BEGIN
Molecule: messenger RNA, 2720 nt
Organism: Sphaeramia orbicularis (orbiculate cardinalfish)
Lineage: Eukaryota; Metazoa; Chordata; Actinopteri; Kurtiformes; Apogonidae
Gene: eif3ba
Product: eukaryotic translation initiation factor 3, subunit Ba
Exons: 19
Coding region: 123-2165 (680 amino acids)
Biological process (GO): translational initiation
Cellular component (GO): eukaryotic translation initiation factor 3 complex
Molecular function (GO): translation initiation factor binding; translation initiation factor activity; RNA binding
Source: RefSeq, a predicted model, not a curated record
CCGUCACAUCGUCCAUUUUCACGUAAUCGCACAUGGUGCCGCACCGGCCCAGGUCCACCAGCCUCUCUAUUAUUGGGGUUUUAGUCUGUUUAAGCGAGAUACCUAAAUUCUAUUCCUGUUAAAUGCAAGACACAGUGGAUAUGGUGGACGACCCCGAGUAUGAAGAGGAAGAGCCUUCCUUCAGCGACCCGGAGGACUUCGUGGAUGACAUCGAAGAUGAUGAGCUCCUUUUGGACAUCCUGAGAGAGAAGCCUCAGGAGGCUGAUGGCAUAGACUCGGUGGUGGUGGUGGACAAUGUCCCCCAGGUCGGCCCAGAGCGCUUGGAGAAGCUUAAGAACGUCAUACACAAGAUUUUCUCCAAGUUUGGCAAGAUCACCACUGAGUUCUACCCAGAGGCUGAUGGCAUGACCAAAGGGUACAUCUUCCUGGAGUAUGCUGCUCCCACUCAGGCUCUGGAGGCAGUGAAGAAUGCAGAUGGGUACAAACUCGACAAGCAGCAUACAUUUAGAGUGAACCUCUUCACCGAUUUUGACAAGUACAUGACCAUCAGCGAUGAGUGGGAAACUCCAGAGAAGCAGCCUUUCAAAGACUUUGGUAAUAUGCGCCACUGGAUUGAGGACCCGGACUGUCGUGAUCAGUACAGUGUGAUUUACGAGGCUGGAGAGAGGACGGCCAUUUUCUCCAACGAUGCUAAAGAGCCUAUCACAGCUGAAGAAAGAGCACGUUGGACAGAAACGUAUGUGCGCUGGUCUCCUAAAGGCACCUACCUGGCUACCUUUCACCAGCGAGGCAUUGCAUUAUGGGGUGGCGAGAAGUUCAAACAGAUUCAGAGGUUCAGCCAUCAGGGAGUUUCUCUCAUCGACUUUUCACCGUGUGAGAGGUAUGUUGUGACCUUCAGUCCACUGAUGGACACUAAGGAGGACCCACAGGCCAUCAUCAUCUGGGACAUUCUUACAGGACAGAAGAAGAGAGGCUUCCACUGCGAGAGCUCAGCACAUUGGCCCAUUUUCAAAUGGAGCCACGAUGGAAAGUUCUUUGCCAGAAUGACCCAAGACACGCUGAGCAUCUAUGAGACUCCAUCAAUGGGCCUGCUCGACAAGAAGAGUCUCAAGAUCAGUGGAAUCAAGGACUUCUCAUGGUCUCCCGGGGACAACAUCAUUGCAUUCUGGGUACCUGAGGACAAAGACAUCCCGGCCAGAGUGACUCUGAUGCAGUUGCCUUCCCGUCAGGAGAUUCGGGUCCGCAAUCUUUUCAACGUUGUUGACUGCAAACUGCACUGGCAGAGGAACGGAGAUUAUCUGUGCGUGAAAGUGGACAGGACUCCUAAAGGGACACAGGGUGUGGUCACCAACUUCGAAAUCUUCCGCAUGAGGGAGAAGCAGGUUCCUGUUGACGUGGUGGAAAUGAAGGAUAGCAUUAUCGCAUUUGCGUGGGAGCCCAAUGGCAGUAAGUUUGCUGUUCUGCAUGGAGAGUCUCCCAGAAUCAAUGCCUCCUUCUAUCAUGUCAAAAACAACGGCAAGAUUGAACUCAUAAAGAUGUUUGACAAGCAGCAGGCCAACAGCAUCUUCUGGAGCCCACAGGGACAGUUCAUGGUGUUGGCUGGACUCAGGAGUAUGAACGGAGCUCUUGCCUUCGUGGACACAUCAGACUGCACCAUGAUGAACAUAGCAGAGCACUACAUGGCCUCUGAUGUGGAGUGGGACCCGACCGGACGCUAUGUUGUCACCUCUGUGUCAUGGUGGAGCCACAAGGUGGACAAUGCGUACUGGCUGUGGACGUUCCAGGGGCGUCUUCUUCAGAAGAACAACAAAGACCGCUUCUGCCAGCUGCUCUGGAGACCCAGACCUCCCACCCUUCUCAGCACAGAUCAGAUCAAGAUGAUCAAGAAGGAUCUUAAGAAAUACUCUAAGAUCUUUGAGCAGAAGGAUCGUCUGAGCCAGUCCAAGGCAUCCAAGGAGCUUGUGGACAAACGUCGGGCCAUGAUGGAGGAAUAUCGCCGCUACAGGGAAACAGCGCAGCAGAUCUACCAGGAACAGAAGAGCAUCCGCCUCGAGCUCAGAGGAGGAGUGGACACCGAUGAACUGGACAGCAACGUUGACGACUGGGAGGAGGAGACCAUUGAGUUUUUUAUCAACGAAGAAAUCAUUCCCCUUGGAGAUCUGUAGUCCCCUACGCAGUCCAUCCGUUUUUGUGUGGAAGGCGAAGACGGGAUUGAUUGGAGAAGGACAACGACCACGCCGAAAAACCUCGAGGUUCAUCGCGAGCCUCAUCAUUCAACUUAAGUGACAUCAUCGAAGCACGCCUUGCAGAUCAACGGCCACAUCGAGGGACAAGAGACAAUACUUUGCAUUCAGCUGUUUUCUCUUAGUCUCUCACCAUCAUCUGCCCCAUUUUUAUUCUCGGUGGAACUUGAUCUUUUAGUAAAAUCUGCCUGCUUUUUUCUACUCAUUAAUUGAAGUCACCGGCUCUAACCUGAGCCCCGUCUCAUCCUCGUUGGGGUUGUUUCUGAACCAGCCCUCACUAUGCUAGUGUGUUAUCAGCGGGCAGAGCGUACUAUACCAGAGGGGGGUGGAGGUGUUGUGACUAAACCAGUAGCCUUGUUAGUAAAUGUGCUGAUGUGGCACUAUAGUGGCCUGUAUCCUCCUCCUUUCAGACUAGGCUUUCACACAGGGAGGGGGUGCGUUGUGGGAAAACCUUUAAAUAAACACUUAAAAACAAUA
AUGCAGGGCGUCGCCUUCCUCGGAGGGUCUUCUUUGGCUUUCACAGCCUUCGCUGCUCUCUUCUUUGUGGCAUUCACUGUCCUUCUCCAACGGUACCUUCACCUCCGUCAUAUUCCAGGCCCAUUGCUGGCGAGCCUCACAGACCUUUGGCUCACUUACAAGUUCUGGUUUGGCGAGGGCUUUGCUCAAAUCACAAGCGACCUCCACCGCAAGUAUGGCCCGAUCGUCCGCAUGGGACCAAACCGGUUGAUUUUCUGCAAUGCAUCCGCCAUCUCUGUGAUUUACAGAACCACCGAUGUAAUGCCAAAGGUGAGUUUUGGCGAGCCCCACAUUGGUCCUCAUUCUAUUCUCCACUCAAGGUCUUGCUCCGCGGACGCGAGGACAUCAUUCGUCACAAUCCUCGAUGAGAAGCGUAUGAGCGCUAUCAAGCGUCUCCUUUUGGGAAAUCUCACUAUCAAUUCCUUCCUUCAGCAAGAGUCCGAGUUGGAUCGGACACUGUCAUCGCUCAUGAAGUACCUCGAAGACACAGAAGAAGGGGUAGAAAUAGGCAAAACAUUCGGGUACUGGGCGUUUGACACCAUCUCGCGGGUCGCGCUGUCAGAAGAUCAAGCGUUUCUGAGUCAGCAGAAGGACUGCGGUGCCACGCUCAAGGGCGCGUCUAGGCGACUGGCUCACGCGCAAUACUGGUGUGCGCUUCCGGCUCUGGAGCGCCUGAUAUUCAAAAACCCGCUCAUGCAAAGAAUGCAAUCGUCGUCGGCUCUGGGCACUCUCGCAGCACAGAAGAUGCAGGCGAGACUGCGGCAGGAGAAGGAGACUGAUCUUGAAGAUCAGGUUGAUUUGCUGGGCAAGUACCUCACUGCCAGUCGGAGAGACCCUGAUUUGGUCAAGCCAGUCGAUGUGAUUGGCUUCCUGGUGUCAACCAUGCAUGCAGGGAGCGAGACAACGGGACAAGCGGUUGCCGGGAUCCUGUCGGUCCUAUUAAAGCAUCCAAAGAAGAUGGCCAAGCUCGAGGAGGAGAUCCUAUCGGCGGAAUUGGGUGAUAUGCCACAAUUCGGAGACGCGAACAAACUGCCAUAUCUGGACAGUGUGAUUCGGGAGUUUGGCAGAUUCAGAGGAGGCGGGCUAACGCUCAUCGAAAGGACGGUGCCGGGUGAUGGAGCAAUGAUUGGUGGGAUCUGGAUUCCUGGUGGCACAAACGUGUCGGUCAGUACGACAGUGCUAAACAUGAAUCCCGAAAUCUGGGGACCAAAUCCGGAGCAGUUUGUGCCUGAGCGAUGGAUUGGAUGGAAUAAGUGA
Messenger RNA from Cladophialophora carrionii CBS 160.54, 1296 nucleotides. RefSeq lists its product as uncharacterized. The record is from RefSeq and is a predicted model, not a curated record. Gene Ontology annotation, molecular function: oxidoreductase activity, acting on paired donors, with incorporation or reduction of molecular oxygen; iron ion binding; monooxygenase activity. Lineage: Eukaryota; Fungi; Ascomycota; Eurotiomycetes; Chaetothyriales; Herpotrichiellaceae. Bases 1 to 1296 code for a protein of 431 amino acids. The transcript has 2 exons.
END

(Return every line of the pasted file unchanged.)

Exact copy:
Molecule: messenger RNA, 2720 nt
Organism: Sphaeramia orbicularis (orbiculate cardinalfish)
Lineage: Eukaryota; Metazoa; Chordata; Actinopteri; Kurtiformes; Apogonidae
Gene: eif3ba
Product: eukaryotic translation initiation factor 3, subunit Ba
Exons: 19
Coding region: 123-2165 (680 amino acids)
Biological process (GO): translational initiation
Cellular component (GO): eukaryotic translation initiation factor 3 complex
Molecular function (GO): translation initiation factor binding; translation initiation factor activity; RNA binding
Source: RefSeq, a predicted model, not a curated record
CCGUCACAUCGUCCAUUUUCACGUAAUCGCACAUGGUGCCGCACCGGCCCAGGUCCACCAGCCUCUCUAUUAUUGGGGUUUUAGUCUGUUUAAGCGAGAUACCUAAAUUCUAUUCCUGUUAAAUGCAAGACACAGUGGAUAUGGUGGACGACCCCGAGUAUGAAGAGGAAGAGCCUUCCUUCAGCGACCCGGAGGACUUCGUGGAUGACAUCGAAGAUGAUGAGCUCCUUUUGGACAUCCUGAGAGAGAAGCCUCAGGAGGCUGAUGGCAUAGACUCGGUGGUGGUGGUGGACAAUGUCCCCCAGGUCGGCCCAGAGCGCUUGGAGAAGCUUAAGAACGUCAUACACAAGAUUUUCUCCAAGUUUGGCAAGAUCACCACUGAGUUCUACCCAGAGGCUGAUGGCAUGACCAAAGGGUACAUCUUCCUGGAGUAUGCUGCUCCCACUCAGGCUCUGGAGGCAGUGAAGAAUGCAGAUGGGUACAAACUCGACAAGCAGCAUACAUUUAGAGUGAACCUCUUCACCGAUUUUGACAAGUACAUGACCAUCAGCGAUGAGUGGGAAACUCCAGAGAAGCAGCCUUUCAAAGACUUUGGUAAUAUGCGCCACUGGAUUGAGGACCCGGACUGUCGUGAUCAGUACAGUGUGAUUUACGAGGCUGGAGAGAGGACGGCCAUUUUCUCCAACGAUGCUAAAGAGCCUAUCACAGCUGAAGAAAGAGCACGUUGGACAGAAACGUAUGUGCGCUGGUCUCCUAAAGGCACCUACCUGGCUACCUUUCACCAGCGAGGCAUUGCAUUAUGGGGUGGCGAGAAGUUCAAACAGAUUCAGAGGUUCAGCCAUCAGGGAGUUUCUCUCAUCGACUUUUCACCGUGUGAGAGGUAUGUUGUGACCUUCAGUCCACUGAUGGACACUAAGGAGGACCCACAGGCCAUCAUCAUCUGGGACAUUCUUACAGGACAGAAGAAGAGAGGCUUCCACUGCGAGAGCUCAGCACAUUGGCCCAUUUUCAAAUGGAGCCACGAUGGAAAGUUCUUUGCCAGAAUGACCCAAGACACGCUGAGCAUCUAUGAGACUCCAUCAAUGGGCCUGCUCGACAAGAAGAGUCUCAAGAUCAGUGGAAUCAAGGACUUCUCAUGGUCUCCCGGGGACAACAUCAUUGCAUUCUGGGUACCUGAGGACAAAGACAUCCCGGCCAGAGUGACUCUGAUGCAGUUGCCUUCCCGUCAGGAGAUUCGGGUCCGCAAUCUUUUCAACGUUGUUGACUGCAAACUGCACUGGCAGAGGAACGGAGAUUAUCUGUGCGUGAAAGUGGACAGGACUCCUAAAGGGACACAGGGUGUGGUCACCAACUUCGAAAUCUUCCGCAUGAGGGAGAAGCAGGUUCCUGUUGACGUGGUGGAAAUGAAGGAUAGCAUUAUCGCAUUUGCGUGGGAGCCCAAUGGCAGUAAGUUUGCUGUUCUGCAUGGAGAGUCUCCCAGAAUCAAUGCCUCCUUCUAUCAUGUCAAAAACAACGGCAAGAUUGAACUCAUAAAGAUGUUUGACAAGCAGCAGGCCAACAGCAUCUUCUGGAGCCCACAGGGACAGUUCAUGGUGUUGGCUGGACUCAGGAGUAUGAACGGAGCUCUUGCCUUCGUGGACACAUCAGACUGCACCAUGAUGAACAUAGCAGAGCACUACAUGGCCUCUGAUGUGGAGUGGGACCCGACCGGACGCUAUGUUGUCACCUCUGUGUCAUGGUGGAGCCACAAGGUGGACAAUGCGUACUGGCUGUGGACGUUCCAGGGGCGUCUUCUUCAGAAGAACAACAAAGACCGCUUCUGCCAGCUGCUCUGGAGACCCAGACCUCCCACCCUUCUCAGCACAGAUCAGAUCAAGAUGAUCAAGAAGGAUCUUAAGAAAUACUCUAAGAUCUUUGAGCAGAAGGAUCGUCUGAGCCAGUCCAAGGCAUCCAAGGAGCUUGUGGACAAACGUCGGGCCAUGAUGGAGGAAUAUCGCCGCUACAGGGAAACAGCGCAGCAGAUCUACCAGGAACAGAAGAGCAUCCGCCUCGAGCUCAGAGGAGGAGUGGACACCGAUGAACUGGACAGCAACGUUGACGACUGGGAGGAGGAGACCAUUGAGUUUUUUAUCAACGAAGAAAUCAUUCCCCUUGGAGAUCUGUAGUCCCCUACGCAGUCCAUCCGUUUUUGUGUGGAAGGCGAAGACGGGAUUGAUUGGAGAAGGACAACGACCACGCCGAAAAACCUCGAGGUUCAUCGCGAGCCUCAUCAUUCAACUUAAGUGACAUCAUCGAAGCACGCCUUGCAGAUCAACGGCCACAUCGAGGGACAAGAGACAAUACUUUGCAUUCAGCUGUUUUCUCUUAGUCUCUCACCAUCAUCUGCCCCAUUUUUAUUCUCGGUGGAACUUGAUCUUUUAGUAAAAUCUGCCUGCUUUUUUCUACUCAUUAAUUGAAGUCACCGGCUCUAACCUGAGCCCCGUCUCAUCCUCGUUGGGGUUGUUUCUGAACCAGCCCUCACUAUGCUAGUGUGUUAUCAGCGGGCAGAGCGUACUAUACCAGAGGGGGGUGGAGGUGUUGUGACUAAACCAGUAGCCUUGUUAGUAAAUGUGCUGAUGUGGCACUAUAGUGGCCUGUAUCCUCCUCCUUUCAGACUAGGCUUUCACACAGGGAGGGGGUGCGUUGUGGGAAAACCUUUAAAUAAACACUUAAAAACAAUA
AUGCAGGGCGUCGCCUUCCUCGGAGGGUCUUCUUUGGCUUUCACAGCCUUCGCUGCUCUCUUCUUUGUGGCAUUCACUGUCCUUCUCCAACGGUACCUUCACCUCCGUCAUAUUCCAGGCCCAUUGCUGGCGAGCCUCACAGACCUUUGGCUCACUUACAAGUUCUGGUUUGGCGAGGGCUUUGCUCAAAUCACAAGCGACCUCCACCGCAAGUAUGGCCCGAUCGUCCGCAUGGGACCAAACCGGUUGAUUUUCUGCAAUGCAUCCGCCAUCUCUGUGAUUUACAGAACCACCGAUGUAAUGCCAAAGGUGAGUUUUGGCGAGCCCCACAUUGGUCCUCAUUCUAUUCUCCACUCAAGGUCUUGCUCCGCGGACGCGAGGACAUCAUUCGUCACAAUCCUCGAUGAGAAGCGUAUGAGCGCUAUCAAGCGUCUCCUUUUGGGAAAUCUCACUAUCAAUUCCUUCCUUCAGCAAGAGUCCGAGUUGGAUCGGACACUGUCAUCGCUCAUGAAGUACCUCGAAGACACAGAAGAAGGGGUAGAAAUAGGCAAAACAUUCGGGUACUGGGCGUUUGACACCAUCUCGCGGGUCGCGCUGUCAGAAGAUCAAGCGUUUCUGAGUCAGCAGAAGGACUGCGGUGCCACGCUCAAGGGCGCGUCUAGGCGACUGGCUCACGCGCAAUACUGGUGUGCGCUUCCGGCUCUGGAGCGCCUGAUAUUCAAAAACCCGCUCAUGCAAAGAAUGCAAUCGUCGUCGGCUCUGGGCACUCUCGCAGCACAGAAGAUGCAGGCGAGACUGCGGCAGGAGAAGGAGACUGAUCUUGAAGAUCAGGUUGAUUUGCUGGGCAAGUACCUCACUGCCAGUCGGAGAGACCCUGAUUUGGUCAAGCCAGUCGAUGUGAUUGGCUUCCUGGUGUCAACCAUGCAUGCAGGGAGCGAGACAACGGGACAAGCGGUUGCCGGGAUCCUGUCGGUCCUAUUAAAGCAUCCAAAGAAGAUGGCCAAGCUCGAGGAGGAGAUCCUAUCGGCGGAAUUGGGUGAUAUGCCACAAUUCGGAGACGCGAACAAACUGCCAUAUCUGGACAGUGUGAUUCGGGAGUUUGGCAGAUUCAGAGGAGGCGGGCUAACGCUCAUCGAAAGGACGGUGCCGGGUGAUGGAGCAAUGAUUGGUGGGAUCUGGAUUCCUGGUGGCACAAACGUGUCGGUCAGUACGACAGUGCUAAACAUGAAUCCCGAAAUCUGGGGACCAAAUCCGGAGCAGUUUGUGCCUGAGCGAUGGAUUGGAUGGAAUAAGUGA
Messenger RNA from Cladophialophora carrionii CBS 160.54, 1296 nucleotides. RefSeq lists its product as uncharacterized. The record is from RefSeq and is a predicted model, not a curated record. Gene Ontology annotation, molecular function: oxidoreductase activity, acting on paired donors, with incorporation or reduction of molecular oxygen; iron ion binding; monooxygenase activity. Lineage: Eukaryota; Fungi; Ascomycota; Eurotiomycetes; Chaetothyriales; Herpotrichiellaceae. Bases 1 to 1296 code for a protein of 431 amino acids. The transcript has 2 exons.